GardenSMART :: Deter Those Doe-Eyed Diners from Your Backyard this Fall and Winter
Deter Those Doe-Eyed Diners from Your Backyard this Fall and Winter
By Bobbex, Inc.
Photographs courtesy of Bobbex, Inc.
With fall and winter right on our heels you're probably thinking you're out of the woods when it comes to deer damage in your backyard landscape. Wrong. Actually, fall and winter mark the beginning of the worst seasons for deer damage to your landscape. Deer will eat just about anything in the winter — their food supply is low and they can't be choosy. They are hungry enough in the winter to eat vegetation that they ordinarily would not eat.
As with other wildlife, land development has reduced deer's natural habitat. Combine that with a lack of natural predators and easy access to your landscapes and modern-day deer not only survive, they thrive!
The most important thing to understand about fighting deer is that it's easier to prevent damage than to react to it. So it behooves you to know your enemy and stay at least one step ahead of them. Deer are creatures of habit — they establish feeding patterns and return to the same spot over and over again, even when that same spot stops offering enough food for them.
Even just a few deer can cause significant damage to your landscaping. "A single whitetail deer can consume, on average, 8 -12 pounds of foliage a day," says Greg Ecsedy of Bobbex, Inc. "In many areas of the country, deer overpopulation is a serious problem. With nowhere to go and not much left to eat in the dead of winter, deer can wreak havoc on shrubs, trees and gardens, and destroy new buds and leaves before they have a chance to grow, ruining your prospects for any spring growth."
Ecsedy says you can be sure deer have been munching on your landscapes this fall and winter if you see:
1. Rub marks on trees where bucks have rubbed their antlers to mark their territory; the tree bark is actually rubbed off.
2. Any kind of torn vegetation is also another telltale sign, deer do not have incisor teeth, and therefore, they "rip" the vegetation when they bite into it.
3. If your damage is found off the ground, up to 6 feet, small animal damage can be ruled out.
4. Deer tracks are also easy to identify. The prints are about 2 to 3 inches long and are shaped like broken hearts.
So what do you do to keep the deer out of your backyard? There are loads of "home remedies" that have been tried with varying results… human hair, soap, pepper spray, even a battery operated radio, sealed in a plastic bag, tuned to a talk radio station fooling deer to think humans are in the yard! These remedies might work sporadically, but they are not reliable deterrents for deer.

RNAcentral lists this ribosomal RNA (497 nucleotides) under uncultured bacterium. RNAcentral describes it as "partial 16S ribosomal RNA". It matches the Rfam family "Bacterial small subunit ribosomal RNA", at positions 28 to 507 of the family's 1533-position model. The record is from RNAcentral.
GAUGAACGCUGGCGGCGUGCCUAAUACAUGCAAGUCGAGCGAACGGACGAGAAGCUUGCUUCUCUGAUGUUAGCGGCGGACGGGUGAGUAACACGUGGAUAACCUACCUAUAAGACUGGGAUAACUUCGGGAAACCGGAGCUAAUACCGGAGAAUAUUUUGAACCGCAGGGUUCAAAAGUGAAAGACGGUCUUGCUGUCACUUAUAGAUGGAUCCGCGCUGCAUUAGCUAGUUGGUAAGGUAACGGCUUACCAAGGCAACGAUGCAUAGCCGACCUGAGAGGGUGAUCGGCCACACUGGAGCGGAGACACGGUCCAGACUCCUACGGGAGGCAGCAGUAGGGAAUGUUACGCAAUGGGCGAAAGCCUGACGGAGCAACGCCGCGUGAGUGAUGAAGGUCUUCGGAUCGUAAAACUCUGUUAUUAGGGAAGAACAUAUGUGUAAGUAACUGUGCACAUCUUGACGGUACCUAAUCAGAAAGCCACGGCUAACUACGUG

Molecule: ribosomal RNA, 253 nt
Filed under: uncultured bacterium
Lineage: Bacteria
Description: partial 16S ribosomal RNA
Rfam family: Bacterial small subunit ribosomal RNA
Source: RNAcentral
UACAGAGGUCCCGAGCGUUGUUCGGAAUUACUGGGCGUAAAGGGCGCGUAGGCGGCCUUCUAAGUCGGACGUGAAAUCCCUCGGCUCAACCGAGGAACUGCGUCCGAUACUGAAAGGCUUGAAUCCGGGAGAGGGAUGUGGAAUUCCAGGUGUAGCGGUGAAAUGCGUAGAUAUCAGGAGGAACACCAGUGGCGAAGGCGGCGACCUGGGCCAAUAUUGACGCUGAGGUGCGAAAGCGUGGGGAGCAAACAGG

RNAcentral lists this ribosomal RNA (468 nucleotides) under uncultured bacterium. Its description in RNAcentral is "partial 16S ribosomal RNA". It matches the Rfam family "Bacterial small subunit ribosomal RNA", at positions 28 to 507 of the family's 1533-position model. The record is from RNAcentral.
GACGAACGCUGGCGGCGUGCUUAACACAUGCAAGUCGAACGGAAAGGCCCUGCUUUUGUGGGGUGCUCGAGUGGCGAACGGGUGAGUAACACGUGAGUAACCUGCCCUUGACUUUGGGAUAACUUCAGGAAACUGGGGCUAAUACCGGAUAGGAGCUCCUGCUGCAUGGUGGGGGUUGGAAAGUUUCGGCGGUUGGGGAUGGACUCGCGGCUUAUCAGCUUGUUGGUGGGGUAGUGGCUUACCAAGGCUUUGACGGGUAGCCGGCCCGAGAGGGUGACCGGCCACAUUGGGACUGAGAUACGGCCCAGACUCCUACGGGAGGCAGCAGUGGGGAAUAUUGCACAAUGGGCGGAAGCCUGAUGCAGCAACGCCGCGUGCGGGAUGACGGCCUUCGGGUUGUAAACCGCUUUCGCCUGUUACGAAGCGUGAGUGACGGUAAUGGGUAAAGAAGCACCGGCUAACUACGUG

Then there's fencing. Properly built and maintained fencing can be an effective method for preventing deer damage. But deer can jump up to and clear an 8-foot fence on level ground, and they can easily push and remove plastic netting. Installing a 6- to 8-foot fence can be an effective solution to some extent, but fencing is costly and can be quite unsightly.
Perhaps one of the most effective and easiest methods to deter deer is repellent. Deer repellents are designed to impart objectionable odors or tastes. Bobbex offers Bobbex Deer, which is an environmentally friendly, nontoxic and long-lasting deer deterrent that's safe for people, pets, wildlife and aquatic life. Ingredients include putrescent eggs, fishmeal, fish oil, garlic, and other natural ingredients — all materials that offend a deer's sensitive sense of smell and taste. Additional ingredients such as urea and Epsom salts contain natural fertilizer components, which are beneficial for all plantings.
The product mimics predator scents, which deer have an aversion to, and is classified as a fear repellent, but it also tastes terrible to deer, adding another layer of protection for plants. Because it contains effective sticking agents, the repellent won't wash off even in harsh winter weather. And it's been 3rd party tested against 10 other like-repellents and is rated #1 for protection against deer browse.
This fall and winter protect your plants and shrubs and create your own boundaries for foraging deer. Now you're in control: Just spray Bobbex Deer and watch those doggone deer disappear from your backyard landscapes.
For more information on Bobbex Deer and repellents for other four-legged garden pests like rabbits, chipmunks, voles, groundhogs and squirrels, visit www.bobbex.com.
All articles are copyrighted and remain the property of the author.
By Kelsey Minalga, Ball Ingenuity
Photographs courtesy of Ball Ingenuity
The flower industry is busy bringing new and exciting fall plants to the mix. And one of the most popular accent plants for the season is celosia, also know by the common name cockscomb.
To learn more click here .
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